First, the main gear was intended to be flush with the box front but was being pushed away by the pinion gear.

Secondly I had initially made the crank and pinion as two separate parts but on completion it looked like they would be better as a single unit.


Rather than completely remake the model I employed a trick I often use when prototyping. The axle holes in the box side needed to be moved back by 3mm so I remade just the sides with the holes in the correct place, I expanded the hole in the original box, then glued the new sides into place creating a repositioned pair of axle holes.


I also make up a new handle with a longer shaft and glued the pinion to it.


With the drive axle in place I fitted a lock piece to the end opposite the pinion to stop the axle coming out then fitted the yellow horizontal handle to complete the mechanism.


With everything in place it is time to move to the next stage, making a mouse with shoulder and hip joints.

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Prototype 2-axis Joint

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Experiments with corrugated card. We seem to have quite a lot of corrugated card lying around the house in the run up to the festive season. Time to put it to some use. I going to see if I can make a poseable model, first step, two axis joint to act as an arm/shoulder. The model is made entirely from corrugated card.


Check out the stop-motion of the joint in action.

The pins are made from rolled up corrugated card.


The shoulder/body pin is glued into place. The other pin is to the outer U-shaped piece.


The piece on the inside is glued to the pin so that it is free to rotate but not to pull out.

Experiments with corrugated card. We seem to have quite a lot of corrugated card lying around the house in the run up to the festive season. Time to put it to some use. I going to see if I can make a poseable model, first step, two axis joint to act as an arm/shoulder. The model is made entirely from corrugated card.


Check out the stop-motion of the joint in action.

The pins are made from rolled up corrugated card.


The shoulder/body pin is glued into place. The other pin is to the outer U-shaped piece.


The piece on the inside is glued to the pin so that it is free to rotate but not to pull out.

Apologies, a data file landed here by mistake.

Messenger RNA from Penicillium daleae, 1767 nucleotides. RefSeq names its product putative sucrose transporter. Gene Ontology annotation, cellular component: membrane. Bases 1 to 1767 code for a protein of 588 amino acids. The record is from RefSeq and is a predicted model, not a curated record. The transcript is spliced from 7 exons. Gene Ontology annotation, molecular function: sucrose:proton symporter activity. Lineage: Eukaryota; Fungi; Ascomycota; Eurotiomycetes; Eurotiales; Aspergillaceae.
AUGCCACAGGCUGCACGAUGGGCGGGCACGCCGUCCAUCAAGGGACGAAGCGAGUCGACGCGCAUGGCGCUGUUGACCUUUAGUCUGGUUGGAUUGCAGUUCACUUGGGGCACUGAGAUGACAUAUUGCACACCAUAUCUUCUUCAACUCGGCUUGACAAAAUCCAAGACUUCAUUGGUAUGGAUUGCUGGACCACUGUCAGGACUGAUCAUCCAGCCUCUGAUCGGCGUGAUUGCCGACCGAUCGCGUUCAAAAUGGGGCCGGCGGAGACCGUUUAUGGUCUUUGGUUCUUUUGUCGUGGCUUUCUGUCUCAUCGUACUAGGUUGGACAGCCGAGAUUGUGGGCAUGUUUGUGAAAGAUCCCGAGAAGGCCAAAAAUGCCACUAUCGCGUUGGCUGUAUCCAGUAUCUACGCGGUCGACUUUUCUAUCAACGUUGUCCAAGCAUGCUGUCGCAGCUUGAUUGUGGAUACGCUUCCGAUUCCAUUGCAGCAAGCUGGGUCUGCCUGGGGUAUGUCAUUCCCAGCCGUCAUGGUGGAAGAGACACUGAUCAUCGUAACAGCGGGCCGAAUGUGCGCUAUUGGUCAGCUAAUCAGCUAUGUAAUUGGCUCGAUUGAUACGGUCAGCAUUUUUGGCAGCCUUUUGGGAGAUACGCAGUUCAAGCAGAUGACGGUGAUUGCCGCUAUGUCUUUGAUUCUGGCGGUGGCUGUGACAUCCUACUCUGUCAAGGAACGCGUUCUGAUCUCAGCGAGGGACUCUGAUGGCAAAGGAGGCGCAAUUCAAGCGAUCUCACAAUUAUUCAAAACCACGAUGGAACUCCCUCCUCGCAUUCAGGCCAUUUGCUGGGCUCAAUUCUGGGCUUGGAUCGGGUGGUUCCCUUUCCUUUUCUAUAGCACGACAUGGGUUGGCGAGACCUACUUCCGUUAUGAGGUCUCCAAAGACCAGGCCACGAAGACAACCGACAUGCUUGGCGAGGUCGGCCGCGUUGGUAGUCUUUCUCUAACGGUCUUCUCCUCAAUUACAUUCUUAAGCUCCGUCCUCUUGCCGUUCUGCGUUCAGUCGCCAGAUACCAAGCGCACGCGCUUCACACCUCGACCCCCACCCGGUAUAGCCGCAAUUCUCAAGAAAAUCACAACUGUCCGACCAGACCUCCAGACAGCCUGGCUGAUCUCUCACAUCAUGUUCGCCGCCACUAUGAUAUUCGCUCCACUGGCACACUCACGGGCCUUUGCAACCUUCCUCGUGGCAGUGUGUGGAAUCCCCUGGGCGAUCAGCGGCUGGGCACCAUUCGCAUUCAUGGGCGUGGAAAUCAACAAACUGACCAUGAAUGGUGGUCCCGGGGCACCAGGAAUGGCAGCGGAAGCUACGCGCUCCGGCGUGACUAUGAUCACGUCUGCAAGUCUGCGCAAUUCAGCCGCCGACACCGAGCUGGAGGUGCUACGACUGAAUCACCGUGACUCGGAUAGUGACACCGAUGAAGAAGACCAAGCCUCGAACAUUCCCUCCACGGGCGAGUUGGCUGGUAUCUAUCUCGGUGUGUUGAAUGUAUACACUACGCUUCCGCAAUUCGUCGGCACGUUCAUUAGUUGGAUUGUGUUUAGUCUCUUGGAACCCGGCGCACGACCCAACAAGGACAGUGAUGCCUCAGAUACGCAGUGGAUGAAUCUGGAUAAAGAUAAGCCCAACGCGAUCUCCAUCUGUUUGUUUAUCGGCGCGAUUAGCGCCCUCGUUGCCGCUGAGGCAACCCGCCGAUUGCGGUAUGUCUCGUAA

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Contra-Rotating Robot Prototype

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I've scanned in the penguin parts from the previous post and have them lined up ready to convert into a suitable digital format. I'm still mulling over the final details of the design so while I'm doing that I've made a start on the Contra-rating Robot idea. First step, I've put together this prototype for the head and body.

The inner axle fixes to the inside of the head...


...the outer axle fixes to the body.


The finished robot will fit atop the Co-axial Drive Essential Mechanism with the head rotating one way and the body/arms rotating the other. I need to sort out the legs now, the tricky part is going to be fitting the two axles up through the box top and through the two legs. Should be fun :-)

I've scanned in the penguin parts from the previous post and have them lined up ready to convert into a suitable digital format. I'm still mulling over the final details of the design so while I'm doing that I've made a start on the Contra-rating Robot idea. First step, I've put together this prototype for the head and body.

The inner axle fixes to the inside of the head...


...the outer axle fixes to the body.


The finished robot will fit atop the Co-axial Drive Essential Mechanism with the head rotating one way and the body/arms rotating the other. I need to sort out the legs now, the tricky part is going to be fitting the two axles up through the box top and through the two legs. Should be fun :-)

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Sledging Penguins - Prototype Model

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The co-axial drive from Essential Mechanisms looks to be a promising starting point for a few different paper projects. I was planning on making the contra-rotating robot first but I've been distracted by Mr Cool and his fabulous mash-up with the Runaway Rabbit. I mentioned in a comment on the post that I might have a go at something similar myself but with sledging penguins instead of the rabbits in cars.

Here are my (very rough) sketches of what I had in mind. The idea is fairly straightforward. There is a large rotating disk connected to one axle. This moves the outer penguin round and round. The inner penguin is mounted on the other axle and turns on the spot in the other direction.

First step, design a penguin on a sledge. Presented here is my first freehand draft amde from coloured card. Next step, I'll cut the model up and lay out the parts on my scanner then outline them in Illustrator making a set of printable parts.

The co-axial drive from Essential Mechanisms looks to be a promising starting point for a few different paper projects. I was planning on making the contra-rotating robot first but I've been distracted by Mr Cool and his fabulous mash-up with the Runaway Rabbit. I mentioned in a comment on the post that I might have a go at something similar myself but with sledging penguins instead of the rabbits in cars.

Here are my (very rough) sketches of what I had in mind. The idea is fairly straightforward. There is a large rotating disk connected to one axle. This moves the outer penguin round and round. The inner penguin is mounted on the other axle and turns on the spot in the other direction.